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Chrysanthemum morifolium

Ramat leaf tea processing technology

Chiou-Fang Liu (Assistant Researcher)

Tea Research and Extension Station,Council of Agriculture 


    Chrysanthemum morifolium Ramat is a perennial herb of the genus Compositae, and native to China. Currently, Taiwan's Chrysanthemum morifolium Ramat is mainly cultivated in Tongluo Township of Miaoli County and Taitung City of Taitung County. The cultivation area in 2018 is about 73 hectares, and the output is about 88 metric tons. Under the rigorous control of the agricultural administration unit, the domestic Chrysanthemum morifolium Ramat is required to meet the pesticide residue standards before being harvested and sold. As consumers have preference for the domestic Chrysanthemum morifolium Ramat and the cultivated area is increasing year by year.  

     The main part of Chrysanthemum morifolium Ramat to be used is its flowers, which can be used as Chinese medicine or beverage after drying. Generally, the field planting is carried out after the Tomb Sweeping Festival. From the planting to  August (before the flower-buds appear), farmers will perform multiple topping treatments to promote the growth of lateral buds and increase the number of flowers. After the topping of the farmers, the apical bud-leaves are usually directly discarded in the field (Figure 1, Figure 2).The quantity of fresh apical bud-leaves removed can weigh as much as 7-8 tons per hectare, making it another waste of resources.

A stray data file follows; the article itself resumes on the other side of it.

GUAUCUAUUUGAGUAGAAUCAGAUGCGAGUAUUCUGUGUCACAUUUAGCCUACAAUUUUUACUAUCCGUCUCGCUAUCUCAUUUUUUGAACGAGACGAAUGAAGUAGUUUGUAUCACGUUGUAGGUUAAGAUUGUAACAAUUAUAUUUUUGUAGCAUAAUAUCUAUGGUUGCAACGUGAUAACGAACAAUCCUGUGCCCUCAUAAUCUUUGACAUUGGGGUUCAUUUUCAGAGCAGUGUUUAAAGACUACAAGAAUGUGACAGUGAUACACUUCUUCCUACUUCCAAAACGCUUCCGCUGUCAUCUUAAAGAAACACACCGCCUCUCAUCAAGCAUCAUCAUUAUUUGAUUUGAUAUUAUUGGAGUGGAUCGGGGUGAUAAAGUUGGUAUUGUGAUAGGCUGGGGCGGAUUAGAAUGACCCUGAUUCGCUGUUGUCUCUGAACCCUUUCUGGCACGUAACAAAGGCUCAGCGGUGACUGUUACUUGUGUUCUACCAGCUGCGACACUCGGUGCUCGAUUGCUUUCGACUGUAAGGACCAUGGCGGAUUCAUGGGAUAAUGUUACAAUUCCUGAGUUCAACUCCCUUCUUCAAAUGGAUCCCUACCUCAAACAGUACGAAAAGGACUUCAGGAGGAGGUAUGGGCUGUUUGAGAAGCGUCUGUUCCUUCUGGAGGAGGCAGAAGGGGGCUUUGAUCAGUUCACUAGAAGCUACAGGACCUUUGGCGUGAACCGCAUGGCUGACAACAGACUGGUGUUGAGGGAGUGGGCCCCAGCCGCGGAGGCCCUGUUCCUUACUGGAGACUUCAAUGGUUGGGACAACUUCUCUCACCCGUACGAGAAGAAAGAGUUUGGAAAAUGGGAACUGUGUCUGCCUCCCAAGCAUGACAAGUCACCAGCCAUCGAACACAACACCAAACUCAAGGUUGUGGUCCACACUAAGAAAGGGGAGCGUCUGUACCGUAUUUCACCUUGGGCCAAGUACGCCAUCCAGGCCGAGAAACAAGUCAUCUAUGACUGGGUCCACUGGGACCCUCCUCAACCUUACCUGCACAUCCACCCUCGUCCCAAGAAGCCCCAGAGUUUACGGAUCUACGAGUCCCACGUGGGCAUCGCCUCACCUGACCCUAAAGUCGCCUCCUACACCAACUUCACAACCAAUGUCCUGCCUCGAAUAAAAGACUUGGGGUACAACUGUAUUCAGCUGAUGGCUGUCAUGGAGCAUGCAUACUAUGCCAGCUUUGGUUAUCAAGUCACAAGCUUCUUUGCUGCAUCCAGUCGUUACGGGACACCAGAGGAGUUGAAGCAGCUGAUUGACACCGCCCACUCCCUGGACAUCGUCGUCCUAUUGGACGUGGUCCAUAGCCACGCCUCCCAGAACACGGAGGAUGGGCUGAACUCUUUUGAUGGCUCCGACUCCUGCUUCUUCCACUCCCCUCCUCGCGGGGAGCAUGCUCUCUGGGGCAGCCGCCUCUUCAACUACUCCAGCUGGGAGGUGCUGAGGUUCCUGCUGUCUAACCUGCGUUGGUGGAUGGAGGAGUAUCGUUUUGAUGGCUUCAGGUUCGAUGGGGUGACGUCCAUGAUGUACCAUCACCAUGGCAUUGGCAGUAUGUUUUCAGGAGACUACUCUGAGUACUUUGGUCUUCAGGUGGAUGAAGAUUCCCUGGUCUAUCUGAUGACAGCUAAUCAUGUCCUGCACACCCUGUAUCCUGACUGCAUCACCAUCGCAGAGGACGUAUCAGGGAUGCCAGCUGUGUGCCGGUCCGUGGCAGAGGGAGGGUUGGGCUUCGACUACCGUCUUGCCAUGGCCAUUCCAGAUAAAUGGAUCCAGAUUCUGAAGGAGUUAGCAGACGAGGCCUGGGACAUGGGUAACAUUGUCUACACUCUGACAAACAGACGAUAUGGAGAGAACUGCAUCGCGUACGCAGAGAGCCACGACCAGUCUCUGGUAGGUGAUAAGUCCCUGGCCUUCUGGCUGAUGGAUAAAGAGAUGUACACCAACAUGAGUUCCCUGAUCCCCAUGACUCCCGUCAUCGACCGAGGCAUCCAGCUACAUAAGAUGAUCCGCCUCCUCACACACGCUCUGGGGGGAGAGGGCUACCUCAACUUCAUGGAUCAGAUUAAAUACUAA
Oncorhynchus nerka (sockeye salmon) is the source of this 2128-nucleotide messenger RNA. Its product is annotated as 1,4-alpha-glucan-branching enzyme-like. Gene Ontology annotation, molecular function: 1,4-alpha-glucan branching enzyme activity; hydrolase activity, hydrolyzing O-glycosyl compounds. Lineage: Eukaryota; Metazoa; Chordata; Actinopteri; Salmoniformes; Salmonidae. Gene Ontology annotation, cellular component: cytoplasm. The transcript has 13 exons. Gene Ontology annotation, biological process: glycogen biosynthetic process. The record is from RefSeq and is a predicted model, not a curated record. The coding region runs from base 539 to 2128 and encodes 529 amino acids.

The Chrysanthemum morifolium Ramat apical bud-leaves is rich in chemical components that are beneficial to the human body, such as total polyphenols, free amino acids, total flavones, and chlorogenic acid. The unprocessed Chrysanthemum morifolium Ramat leaf tea was tasted strong, bitter and hard to drink. After processing tests by TRES, the processing technology of Chrysanthemum morifolium Ramat leaf tea was developed to produce high content of active ingredients, golden and bright tea soup, and sweet taste (Table 1, Figure 3, Figure 4).  

   The apical bud-leaves have a stronger aroma and health ingredients than the flowers. They are raw materials available for food use by the Ministry of Health and Welfare. The production period of leaf tea is from May to August, farmers can harvest early, which reduces the risk of flowers being affected by natural disasters, makes up for the gap in production of flower tea, and increases the income of flower farmers.